I like Rachael Ray sometimes. She can relax me when she is doing a fun comfort food menu or some of her Halloween/Christmas/Thanksgiving episodes, but I have found myself grinding my teeth at her as I watched what for me is SUPPOSED to mindless entertainment.This woman, a multimillionaire while having no training of any kind or special talent, is constantly passing along totally inaccurate ‘nutrition’ information on her show. She started about how she was often using whole wheat pasta these days instead of enriched white pasta, which is certainly her right, but she got the facts a bit muddled. She claimed that whole wheat was more nutritious because it has a lot more fiber, protein, and vitamins. WRONG. It has more fiber than white pasta unless you use Ronzoni’s Smart Taste white pasta, but not more more protein, and it has FEWER vitamins than enriched white pasta. The Ronzoni Smart Taste white pasta even has 200 milligrams of calcium in a 2-ounce serving. It used to have 300 mgs, but in addition to the calcium, it contains 5 grams of fiber and other nutrients in the same serving size. But even your regular Prince or store brand white pasta is enriched with a lot of different vitamins and therefore is more nutritious than the same amount of whole wheat pasta, unless you buy a whole wheat pasta which has also been enriched.
I read a lot of labels, mostly out of curiosity. I am the kind of reader who will read the toilet paper package for amusement while I am in the bathroom. I have noticed, over the past 10 or 15 years in particular, how many more nutrients most of the processed and convenience foods contain than they did when I was a child, or even when my boys were children. I love Spaghetti-Os, not just for the taste, but the nutrients. They contain at least one serving of vegetables, more calcium and vitamins than when they were first invented. Then there are Chef Boyarde pastas and Manwich sloppy Joe sauces, which all contain a full serving of vegetables. Swiss Miss cocoa now comes with mutli-colored marshmellows and fourteen essential vitamins and minerals. How on Earth can that be junk food?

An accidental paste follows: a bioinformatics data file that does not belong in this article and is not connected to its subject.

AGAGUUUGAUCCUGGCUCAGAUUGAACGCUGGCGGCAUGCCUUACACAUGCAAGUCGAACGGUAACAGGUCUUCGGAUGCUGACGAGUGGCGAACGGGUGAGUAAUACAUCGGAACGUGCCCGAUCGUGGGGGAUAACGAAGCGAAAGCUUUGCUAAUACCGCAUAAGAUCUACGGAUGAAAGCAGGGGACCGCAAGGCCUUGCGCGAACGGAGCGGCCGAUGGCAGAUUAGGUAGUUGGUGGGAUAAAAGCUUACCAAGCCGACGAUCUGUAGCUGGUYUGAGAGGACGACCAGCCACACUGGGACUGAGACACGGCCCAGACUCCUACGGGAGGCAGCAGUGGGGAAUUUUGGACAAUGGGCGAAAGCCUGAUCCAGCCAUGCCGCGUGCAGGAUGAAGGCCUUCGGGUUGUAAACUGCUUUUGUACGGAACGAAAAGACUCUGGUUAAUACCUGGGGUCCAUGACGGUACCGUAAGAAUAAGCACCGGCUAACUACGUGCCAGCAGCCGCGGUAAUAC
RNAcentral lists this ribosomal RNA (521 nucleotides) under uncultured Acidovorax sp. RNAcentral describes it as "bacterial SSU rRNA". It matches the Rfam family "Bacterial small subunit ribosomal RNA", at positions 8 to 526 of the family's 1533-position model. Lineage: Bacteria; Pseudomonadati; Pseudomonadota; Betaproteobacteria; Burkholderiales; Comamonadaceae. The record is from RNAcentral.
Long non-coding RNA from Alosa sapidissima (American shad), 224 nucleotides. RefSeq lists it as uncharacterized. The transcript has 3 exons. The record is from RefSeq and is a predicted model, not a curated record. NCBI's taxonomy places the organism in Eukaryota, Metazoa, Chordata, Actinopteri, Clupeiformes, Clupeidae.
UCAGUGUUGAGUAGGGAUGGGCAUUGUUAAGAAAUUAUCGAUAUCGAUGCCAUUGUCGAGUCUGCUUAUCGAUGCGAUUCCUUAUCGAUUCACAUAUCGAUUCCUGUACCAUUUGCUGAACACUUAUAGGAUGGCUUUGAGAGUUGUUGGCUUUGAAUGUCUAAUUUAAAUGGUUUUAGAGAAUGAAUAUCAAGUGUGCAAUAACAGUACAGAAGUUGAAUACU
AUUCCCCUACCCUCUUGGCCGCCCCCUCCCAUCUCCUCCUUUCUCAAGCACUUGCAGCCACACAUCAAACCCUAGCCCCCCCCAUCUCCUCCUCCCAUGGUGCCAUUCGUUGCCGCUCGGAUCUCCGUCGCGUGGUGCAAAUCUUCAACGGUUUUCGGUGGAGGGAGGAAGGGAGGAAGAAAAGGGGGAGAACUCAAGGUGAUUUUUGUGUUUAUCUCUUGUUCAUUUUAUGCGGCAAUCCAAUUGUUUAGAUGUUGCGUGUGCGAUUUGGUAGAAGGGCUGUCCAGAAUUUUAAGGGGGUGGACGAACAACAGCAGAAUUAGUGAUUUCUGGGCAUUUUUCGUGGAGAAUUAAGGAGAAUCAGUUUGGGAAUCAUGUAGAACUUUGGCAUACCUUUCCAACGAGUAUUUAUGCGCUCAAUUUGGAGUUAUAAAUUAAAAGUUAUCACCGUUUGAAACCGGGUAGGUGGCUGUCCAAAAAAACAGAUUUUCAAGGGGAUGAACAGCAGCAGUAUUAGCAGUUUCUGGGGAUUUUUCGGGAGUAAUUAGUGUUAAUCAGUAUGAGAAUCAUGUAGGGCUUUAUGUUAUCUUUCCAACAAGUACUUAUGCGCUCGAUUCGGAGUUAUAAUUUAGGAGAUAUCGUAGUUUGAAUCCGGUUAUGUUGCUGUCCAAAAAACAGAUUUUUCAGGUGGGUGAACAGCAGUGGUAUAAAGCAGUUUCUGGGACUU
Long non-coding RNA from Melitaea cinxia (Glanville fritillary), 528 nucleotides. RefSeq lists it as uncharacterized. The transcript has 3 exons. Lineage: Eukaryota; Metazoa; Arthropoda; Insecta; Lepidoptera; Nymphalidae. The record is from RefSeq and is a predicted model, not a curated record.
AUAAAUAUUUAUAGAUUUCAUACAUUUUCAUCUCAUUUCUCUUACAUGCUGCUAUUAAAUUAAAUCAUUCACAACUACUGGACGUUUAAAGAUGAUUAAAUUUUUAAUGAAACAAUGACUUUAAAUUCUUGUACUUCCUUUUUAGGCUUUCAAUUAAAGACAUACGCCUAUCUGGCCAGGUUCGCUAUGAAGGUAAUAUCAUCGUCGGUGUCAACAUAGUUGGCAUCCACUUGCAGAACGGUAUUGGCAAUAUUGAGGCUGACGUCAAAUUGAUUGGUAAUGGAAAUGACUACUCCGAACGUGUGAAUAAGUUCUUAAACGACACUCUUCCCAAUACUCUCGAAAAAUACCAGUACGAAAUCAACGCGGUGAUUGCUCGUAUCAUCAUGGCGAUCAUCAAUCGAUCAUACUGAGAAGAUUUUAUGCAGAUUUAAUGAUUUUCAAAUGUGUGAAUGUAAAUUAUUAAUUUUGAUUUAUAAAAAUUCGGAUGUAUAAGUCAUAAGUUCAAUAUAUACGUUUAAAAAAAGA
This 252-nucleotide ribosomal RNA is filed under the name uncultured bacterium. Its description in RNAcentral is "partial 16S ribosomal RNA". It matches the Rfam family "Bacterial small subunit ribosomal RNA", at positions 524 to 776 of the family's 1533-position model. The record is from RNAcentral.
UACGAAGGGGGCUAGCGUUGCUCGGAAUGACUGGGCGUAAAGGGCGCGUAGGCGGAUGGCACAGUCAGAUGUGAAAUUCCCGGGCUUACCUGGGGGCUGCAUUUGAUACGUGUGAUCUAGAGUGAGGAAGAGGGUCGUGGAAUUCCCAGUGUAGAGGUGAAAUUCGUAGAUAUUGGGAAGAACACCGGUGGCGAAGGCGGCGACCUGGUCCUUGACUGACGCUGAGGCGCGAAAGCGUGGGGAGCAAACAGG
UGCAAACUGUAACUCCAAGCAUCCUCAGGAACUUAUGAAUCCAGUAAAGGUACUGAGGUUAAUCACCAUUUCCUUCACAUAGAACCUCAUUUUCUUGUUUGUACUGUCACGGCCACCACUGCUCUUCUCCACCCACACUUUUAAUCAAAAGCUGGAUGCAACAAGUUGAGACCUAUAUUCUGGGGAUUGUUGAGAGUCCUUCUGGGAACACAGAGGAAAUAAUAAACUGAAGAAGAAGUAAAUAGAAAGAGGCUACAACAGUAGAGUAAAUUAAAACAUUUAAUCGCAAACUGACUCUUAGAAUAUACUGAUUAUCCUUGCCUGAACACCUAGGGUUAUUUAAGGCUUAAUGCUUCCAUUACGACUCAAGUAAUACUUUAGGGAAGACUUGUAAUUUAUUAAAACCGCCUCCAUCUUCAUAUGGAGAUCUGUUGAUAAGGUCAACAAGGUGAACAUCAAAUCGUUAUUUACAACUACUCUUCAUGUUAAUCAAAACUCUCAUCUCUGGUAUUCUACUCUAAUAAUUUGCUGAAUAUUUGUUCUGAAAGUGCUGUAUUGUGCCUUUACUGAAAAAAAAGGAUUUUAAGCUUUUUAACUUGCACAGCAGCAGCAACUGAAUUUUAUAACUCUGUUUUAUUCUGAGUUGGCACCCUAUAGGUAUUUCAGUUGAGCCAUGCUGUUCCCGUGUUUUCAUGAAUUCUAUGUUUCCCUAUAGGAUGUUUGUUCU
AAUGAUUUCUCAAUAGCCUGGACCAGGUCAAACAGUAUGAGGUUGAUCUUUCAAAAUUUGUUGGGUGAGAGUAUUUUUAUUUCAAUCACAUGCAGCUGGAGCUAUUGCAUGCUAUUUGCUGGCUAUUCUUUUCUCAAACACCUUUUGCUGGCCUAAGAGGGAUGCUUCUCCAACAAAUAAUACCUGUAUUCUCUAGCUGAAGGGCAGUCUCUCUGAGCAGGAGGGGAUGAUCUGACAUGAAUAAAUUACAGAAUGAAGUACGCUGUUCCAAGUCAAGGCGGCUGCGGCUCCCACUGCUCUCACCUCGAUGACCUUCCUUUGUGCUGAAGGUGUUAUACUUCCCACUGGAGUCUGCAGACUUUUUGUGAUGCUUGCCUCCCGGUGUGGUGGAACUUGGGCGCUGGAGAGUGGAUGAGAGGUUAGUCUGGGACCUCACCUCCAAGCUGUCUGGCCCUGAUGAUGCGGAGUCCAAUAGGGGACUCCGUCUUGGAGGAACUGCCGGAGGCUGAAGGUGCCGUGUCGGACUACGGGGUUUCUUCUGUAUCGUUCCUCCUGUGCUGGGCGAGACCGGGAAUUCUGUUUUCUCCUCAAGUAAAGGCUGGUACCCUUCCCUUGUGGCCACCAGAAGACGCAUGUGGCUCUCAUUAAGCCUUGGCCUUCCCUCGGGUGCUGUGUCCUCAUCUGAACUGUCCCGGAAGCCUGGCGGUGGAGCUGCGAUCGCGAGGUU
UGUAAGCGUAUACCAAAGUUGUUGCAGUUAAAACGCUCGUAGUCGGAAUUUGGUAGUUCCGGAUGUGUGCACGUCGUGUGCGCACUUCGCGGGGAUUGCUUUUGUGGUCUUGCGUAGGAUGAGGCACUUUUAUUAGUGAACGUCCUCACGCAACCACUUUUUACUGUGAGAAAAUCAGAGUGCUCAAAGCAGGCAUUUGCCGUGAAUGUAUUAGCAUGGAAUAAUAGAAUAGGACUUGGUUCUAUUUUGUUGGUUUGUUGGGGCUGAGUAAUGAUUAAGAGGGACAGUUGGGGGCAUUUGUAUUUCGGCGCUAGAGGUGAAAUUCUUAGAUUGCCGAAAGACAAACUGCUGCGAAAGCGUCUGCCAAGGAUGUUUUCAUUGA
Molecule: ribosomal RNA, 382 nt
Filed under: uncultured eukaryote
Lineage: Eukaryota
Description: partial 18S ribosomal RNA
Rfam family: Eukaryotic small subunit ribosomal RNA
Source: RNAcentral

Anyone who has read my blog posts or comments knows that I just don’t get the blinding hatred some people have for food processing. I am not sure about anyone else, but I am not fond of eating raw meats or fish. When we chop up these meats and fish, season them, and cook them, we are ‘processing’ them. When I peel and chop potatoes and boil them to mash them, or wash and prick them to bake, I am also ‘processing’ them. I love potatoes, which are an extremely nutritious vegetable, but they are not so great raw. Tomatoes are even more nutritious cooked than they are raw, and you get a real bang for your buck using canned tomatoes and prepared pasta or pizza sauces. I like whole grain breads, but they are making a lot of very nutritious white breads these days. My granddaughter has toast in the morning made of a white bread which has a decent amount of fiber and protein in 2 slices, significant amounts of about 12 vitamins and minerals, and more calcium than a glass of milk. And the cereals so many are trying to turn into villains now are made with less sugar, most are made with whole grains, and also fortified with a lot of vitamins and minerals.
I regularly buy 4-packs of Hunt’s Snack Pack chocolate pudding. First, they no longer put HFCS in it, and second, one little cup of pudding contains 300 milligrams of calcium and 2 grams of fiber. I see the same things on the labels of all the foods I buy. I love baked beans, canned chili with beans, bean with bacon soup…every one processed, yet also foods brimming with nutrition. The same is true of common foods many of us eat regularly, like the frozen peas, the can or jar or pouch of peanuts, peanut butter, cheeses, enriched breads, and the canned soups. If people read labels, they would learn that a frozen chicken dinner or chicken pot pie has at least as much nutrition as a meal made by hand from fresh ingredients. They might learn that some ‘healthy’ vegetables such as cauliflower and eggplant are virtually devoid of any real nutrients aside from water and some fiber. The fact that a food tastes good, kids like it, and it is easy to fix does not make it a bad food.
Constant! Vigilance!